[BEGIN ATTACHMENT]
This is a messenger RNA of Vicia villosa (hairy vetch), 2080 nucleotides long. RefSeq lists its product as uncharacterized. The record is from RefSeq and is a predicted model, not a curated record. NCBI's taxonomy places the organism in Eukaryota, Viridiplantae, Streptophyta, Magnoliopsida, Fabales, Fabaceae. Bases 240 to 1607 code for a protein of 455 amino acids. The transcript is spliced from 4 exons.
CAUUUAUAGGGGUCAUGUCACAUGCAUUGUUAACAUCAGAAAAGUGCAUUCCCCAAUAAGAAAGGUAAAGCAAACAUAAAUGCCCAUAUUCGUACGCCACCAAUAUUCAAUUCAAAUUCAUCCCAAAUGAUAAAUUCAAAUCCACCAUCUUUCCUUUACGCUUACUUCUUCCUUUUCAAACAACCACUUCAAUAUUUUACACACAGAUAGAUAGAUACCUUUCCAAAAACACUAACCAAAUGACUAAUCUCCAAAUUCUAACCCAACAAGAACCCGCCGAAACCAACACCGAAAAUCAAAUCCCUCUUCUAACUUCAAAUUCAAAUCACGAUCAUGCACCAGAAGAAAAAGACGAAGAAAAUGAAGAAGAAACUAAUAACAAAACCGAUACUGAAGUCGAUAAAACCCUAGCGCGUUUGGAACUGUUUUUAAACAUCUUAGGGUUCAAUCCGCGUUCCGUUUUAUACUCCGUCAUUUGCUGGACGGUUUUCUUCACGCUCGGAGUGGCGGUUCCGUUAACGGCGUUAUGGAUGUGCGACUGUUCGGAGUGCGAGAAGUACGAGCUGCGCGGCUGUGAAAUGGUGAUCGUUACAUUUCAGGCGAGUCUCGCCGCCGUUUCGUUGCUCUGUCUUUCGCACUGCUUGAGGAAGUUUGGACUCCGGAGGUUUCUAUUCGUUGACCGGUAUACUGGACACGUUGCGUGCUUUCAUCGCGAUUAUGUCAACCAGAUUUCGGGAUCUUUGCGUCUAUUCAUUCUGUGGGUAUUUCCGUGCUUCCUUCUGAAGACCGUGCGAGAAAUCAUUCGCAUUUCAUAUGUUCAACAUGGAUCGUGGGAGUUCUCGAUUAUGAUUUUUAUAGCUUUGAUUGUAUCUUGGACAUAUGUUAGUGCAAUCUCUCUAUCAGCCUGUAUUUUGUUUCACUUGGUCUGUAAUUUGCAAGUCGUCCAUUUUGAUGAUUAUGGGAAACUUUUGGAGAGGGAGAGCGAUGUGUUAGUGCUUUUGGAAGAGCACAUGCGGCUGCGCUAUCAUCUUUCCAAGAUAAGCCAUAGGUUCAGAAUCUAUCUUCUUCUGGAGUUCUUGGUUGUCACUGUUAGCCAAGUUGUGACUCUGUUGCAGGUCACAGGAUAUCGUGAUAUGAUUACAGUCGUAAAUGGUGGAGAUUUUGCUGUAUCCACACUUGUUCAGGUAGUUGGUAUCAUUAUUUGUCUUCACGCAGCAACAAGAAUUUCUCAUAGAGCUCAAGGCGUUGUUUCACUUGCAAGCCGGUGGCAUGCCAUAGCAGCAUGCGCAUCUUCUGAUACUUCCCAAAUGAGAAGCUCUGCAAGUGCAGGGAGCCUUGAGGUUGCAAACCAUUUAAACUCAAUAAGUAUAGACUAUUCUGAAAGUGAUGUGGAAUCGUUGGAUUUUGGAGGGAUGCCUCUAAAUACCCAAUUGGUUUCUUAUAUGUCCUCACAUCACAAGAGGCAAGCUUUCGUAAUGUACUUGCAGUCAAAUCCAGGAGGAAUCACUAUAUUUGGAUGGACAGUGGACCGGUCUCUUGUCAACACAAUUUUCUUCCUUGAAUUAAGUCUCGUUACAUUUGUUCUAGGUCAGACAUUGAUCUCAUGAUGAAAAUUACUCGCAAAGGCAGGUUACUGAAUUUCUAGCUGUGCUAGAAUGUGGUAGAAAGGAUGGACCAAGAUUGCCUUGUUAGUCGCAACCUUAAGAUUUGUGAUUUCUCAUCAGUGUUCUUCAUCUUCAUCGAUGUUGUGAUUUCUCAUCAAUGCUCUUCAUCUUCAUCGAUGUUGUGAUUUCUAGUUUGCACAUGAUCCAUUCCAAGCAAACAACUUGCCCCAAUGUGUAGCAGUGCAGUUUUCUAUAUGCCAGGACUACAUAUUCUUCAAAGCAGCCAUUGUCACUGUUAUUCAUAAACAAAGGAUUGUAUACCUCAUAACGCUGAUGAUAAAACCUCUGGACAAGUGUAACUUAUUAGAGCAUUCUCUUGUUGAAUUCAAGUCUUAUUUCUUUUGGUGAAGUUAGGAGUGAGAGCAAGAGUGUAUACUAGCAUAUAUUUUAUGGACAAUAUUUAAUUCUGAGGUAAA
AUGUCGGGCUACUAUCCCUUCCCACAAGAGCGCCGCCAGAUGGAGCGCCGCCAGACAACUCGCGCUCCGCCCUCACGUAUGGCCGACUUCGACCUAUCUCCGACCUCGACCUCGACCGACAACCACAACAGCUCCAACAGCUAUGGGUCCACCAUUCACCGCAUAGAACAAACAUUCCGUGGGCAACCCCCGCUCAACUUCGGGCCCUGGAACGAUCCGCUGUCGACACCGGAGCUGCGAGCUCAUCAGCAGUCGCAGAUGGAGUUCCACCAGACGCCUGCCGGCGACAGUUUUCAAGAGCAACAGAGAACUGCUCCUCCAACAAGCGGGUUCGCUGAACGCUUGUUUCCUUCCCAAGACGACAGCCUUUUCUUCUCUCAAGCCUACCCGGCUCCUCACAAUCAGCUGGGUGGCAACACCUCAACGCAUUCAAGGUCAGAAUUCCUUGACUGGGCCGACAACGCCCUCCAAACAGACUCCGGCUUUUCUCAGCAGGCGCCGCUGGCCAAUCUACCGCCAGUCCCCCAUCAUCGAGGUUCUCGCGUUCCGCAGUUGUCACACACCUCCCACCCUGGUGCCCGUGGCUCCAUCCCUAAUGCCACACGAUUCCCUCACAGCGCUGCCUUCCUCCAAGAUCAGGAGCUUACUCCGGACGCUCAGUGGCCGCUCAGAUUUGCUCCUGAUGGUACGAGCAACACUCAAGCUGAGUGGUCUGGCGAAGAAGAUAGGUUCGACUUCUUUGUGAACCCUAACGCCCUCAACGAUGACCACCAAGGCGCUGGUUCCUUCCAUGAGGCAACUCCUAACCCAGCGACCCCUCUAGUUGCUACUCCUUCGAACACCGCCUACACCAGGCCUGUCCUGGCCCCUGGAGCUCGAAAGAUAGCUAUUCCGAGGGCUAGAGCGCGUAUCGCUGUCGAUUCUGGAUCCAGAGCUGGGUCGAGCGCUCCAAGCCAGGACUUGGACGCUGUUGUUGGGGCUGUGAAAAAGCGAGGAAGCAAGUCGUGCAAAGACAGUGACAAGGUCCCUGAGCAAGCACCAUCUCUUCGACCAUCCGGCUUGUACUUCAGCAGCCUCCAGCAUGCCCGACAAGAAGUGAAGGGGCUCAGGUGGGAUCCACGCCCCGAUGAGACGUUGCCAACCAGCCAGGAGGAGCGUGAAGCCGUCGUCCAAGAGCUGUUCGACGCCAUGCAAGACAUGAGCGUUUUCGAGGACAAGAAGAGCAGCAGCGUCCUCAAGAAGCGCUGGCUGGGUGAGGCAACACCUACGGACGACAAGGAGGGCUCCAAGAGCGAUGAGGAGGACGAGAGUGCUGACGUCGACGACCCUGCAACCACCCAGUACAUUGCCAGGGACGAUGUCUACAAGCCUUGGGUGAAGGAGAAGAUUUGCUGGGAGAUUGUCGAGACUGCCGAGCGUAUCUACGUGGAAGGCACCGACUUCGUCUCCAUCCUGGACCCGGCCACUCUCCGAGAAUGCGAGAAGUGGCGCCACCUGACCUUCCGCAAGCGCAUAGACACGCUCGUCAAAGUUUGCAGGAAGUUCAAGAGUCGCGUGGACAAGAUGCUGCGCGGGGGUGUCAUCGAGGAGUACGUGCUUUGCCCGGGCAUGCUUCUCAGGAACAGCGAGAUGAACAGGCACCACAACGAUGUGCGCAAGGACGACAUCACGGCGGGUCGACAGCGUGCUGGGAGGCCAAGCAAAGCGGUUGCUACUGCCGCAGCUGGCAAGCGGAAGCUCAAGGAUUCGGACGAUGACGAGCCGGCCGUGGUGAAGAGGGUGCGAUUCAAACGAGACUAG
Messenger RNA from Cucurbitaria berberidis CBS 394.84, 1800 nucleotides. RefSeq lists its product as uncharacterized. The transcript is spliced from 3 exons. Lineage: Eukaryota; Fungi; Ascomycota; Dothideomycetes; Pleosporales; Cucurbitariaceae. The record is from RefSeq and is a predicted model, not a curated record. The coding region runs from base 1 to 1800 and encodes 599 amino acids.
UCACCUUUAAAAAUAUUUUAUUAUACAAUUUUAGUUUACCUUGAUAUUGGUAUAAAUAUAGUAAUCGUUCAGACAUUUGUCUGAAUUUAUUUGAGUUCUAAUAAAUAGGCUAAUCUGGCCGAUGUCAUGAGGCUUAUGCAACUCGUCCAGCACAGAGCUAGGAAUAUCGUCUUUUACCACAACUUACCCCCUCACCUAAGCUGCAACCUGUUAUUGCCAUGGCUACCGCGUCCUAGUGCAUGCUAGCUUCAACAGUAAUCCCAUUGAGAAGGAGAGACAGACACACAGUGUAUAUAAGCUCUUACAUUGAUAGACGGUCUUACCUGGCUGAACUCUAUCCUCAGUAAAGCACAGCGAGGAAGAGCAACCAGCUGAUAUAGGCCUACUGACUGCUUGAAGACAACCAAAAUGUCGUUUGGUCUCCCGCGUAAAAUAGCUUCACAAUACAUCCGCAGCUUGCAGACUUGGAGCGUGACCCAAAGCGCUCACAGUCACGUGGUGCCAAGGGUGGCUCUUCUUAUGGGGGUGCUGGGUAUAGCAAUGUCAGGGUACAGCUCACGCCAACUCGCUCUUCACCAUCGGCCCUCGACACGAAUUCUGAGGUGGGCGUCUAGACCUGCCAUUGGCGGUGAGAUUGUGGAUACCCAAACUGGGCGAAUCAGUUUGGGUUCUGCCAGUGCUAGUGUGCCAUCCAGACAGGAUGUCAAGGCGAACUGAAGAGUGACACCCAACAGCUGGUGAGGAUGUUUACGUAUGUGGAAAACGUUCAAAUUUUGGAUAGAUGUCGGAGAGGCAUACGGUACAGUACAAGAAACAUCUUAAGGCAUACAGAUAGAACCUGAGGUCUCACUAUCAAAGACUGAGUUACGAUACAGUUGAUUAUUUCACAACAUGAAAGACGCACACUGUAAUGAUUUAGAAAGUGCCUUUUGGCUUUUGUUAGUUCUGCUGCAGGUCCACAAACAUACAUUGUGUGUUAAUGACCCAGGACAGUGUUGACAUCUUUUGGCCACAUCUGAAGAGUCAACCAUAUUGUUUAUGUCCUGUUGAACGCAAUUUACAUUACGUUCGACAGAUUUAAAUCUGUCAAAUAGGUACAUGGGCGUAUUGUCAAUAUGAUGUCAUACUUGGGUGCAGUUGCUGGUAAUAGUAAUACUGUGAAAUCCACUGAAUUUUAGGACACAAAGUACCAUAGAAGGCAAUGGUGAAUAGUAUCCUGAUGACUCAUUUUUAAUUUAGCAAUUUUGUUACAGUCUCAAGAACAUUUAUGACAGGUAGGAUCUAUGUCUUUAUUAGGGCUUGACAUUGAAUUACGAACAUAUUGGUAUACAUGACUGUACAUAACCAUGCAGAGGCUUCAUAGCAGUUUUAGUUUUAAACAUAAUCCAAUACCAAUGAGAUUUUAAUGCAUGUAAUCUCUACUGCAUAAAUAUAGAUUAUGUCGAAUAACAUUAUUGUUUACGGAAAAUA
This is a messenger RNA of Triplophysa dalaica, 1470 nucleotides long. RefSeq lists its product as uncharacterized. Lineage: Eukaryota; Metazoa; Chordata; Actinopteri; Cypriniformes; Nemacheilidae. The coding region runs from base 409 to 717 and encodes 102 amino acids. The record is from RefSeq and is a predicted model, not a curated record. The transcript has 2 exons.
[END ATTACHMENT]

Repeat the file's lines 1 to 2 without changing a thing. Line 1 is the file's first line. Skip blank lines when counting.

This is a messenger RNA of Vicia villosa (hairy vetch), 2080 nucleotides long. RefSeq lists its product as uncharacterized. The record is from RefSeq and is a predicted model, not a curated record. NCBI's taxonomy places the organism in Eukaryota, Viridiplantae, Streptophyta, Magnoliopsida, Fabales, Fabaceae. Bases 240 to 1607 code for a protein of 455 amino acids. The transcript is spliced from 4 exons.
CAUUUAUAGGGGUCAUGUCACAUGCAUUGUUAACAUCAGAAAAGUGCAUUCCCCAAUAAGAAAGGUAAAGCAAACAUAAAUGCCCAUAUUCGUACGCCACCAAUAUUCAAUUCAAAUUCAUCCCAAAUGAUAAAUUCAAAUCCACCAUCUUUCCUUUACGCUUACUUCUUCCUUUUCAAACAACCACUUCAAUAUUUUACACACAGAUAGAUAGAUACCUUUCCAAAAACACUAACCAAAUGACUAAUCUCCAAAUUCUAACCCAACAAGAACCCGCCGAAACCAACACCGAAAAUCAAAUCCCUCUUCUAACUUCAAAUUCAAAUCACGAUCAUGCACCAGAAGAAAAAGACGAAGAAAAUGAAGAAGAAACUAAUAACAAAACCGAUACUGAAGUCGAUAAAACCCUAGCGCGUUUGGAACUGUUUUUAAACAUCUUAGGGUUCAAUCCGCGUUCCGUUUUAUACUCCGUCAUUUGCUGGACGGUUUUCUUCACGCUCGGAGUGGCGGUUCCGUUAACGGCGUUAUGGAUGUGCGACUGUUCGGAGUGCGAGAAGUACGAGCUGCGCGGCUGUGAAAUGGUGAUCGUUACAUUUCAGGCGAGUCUCGCCGCCGUUUCGUUGCUCUGUCUUUCGCACUGCUUGAGGAAGUUUGGACUCCGGAGGUUUCUAUUCGUUGACCGGUAUACUGGACACGUUGCGUGCUUUCAUCGCGAUUAUGUCAACCAGAUUUCGGGAUCUUUGCGUCUAUUCAUUCUGUGGGUAUUUCCGUGCUUCCUUCUGAAGACCGUGCGAGAAAUCAUUCGCAUUUCAUAUGUUCAACAUGGAUCGUGGGAGUUCUCGAUUAUGAUUUUUAUAGCUUUGAUUGUAUCUUGGACAUAUGUUAGUGCAAUCUCUCUAUCAGCCUGUAUUUUGUUUCACUUGGUCUGUAAUUUGCAAGUCGUCCAUUUUGAUGAUUAUGGGAAACUUUUGGAGAGGGAGAGCGAUGUGUUAGUGCUUUUGGAAGAGCACAUGCGGCUGCGCUAUCAUCUUUCCAAGAUAAGCCAUAGGUUCAGAAUCUAUCUUCUUCUGGAGUUCUUGGUUGUCACUGUUAGCCAAGUUGUGACUCUGUUGCAGGUCACAGGAUAUCGUGAUAUGAUUACAGUCGUAAAUGGUGGAGAUUUUGCUGUAUCCACACUUGUUCAGGUAGUUGGUAUCAUUAUUUGUCUUCACGCAGCAACAAGAAUUUCUCAUAGAGCUCAAGGCGUUGUUUCACUUGCAAGCCGGUGGCAUGCCAUAGCAGCAUGCGCAUCUUCUGAUACUUCCCAAAUGAGAAGCUCUGCAAGUGCAGGGAGCCUUGAGGUUGCAAACCAUUUAAACUCAAUAAGUAUAGACUAUUCUGAAAGUGAUGUGGAAUCGUUGGAUUUUGGAGGGAUGCCUCUAAAUACCCAAUUGGUUUCUUAUAUGUCCUCACAUCACAAGAGGCAAGCUUUCGUAAUGUACUUGCAGUCAAAUCCAGGAGGAAUCACUAUAUUUGGAUGGACAGUGGACCGGUCUCUUGUCAACACAAUUUUCUUCCUUGAAUUAAGUCUCGUUACAUUUGUUCUAGGUCAGACAUUGAUCUCAUGAUGAAAAUUACUCGCAAAGGCAGGUUACUGAAUUUCUAGCUGUGCUAGAAUGUGGUAGAAAGGAUGGACCAAGAUUGCCUUGUUAGUCGCAACCUUAAGAUUUGUGAUUUCUCAUCAGUGUUCUUCAUCUUCAUCGAUGUUGUGAUUUCUCAUCAAUGCUCUUCAUCUUCAUCGAUGUUGUGAUUUCUAGUUUGCACAUGAUCCAUUCCAAGCAAACAACUUGCCCCAAUGUGUAGCAGUGCAGUUUUCUAUAUGCCAGGACUACAUAUUCUUCAAAGCAGCCAUUGUCACUGUUAUUCAUAAACAAAGGAUUGUAUACCUCAUAACGCUGAUGAUAAAACCUCUGGACAAGUGUAACUUAUUAGAGCAUUCUCUUGUUGAAUUCAAGUCUUAUUUCUUUUGGUGAAGUUAGGAGUGAGAGCAAGAGUGUAUACUAGCAUAUAUUUUAUGGACAAUAUUUAAUUCUGAGGUAAA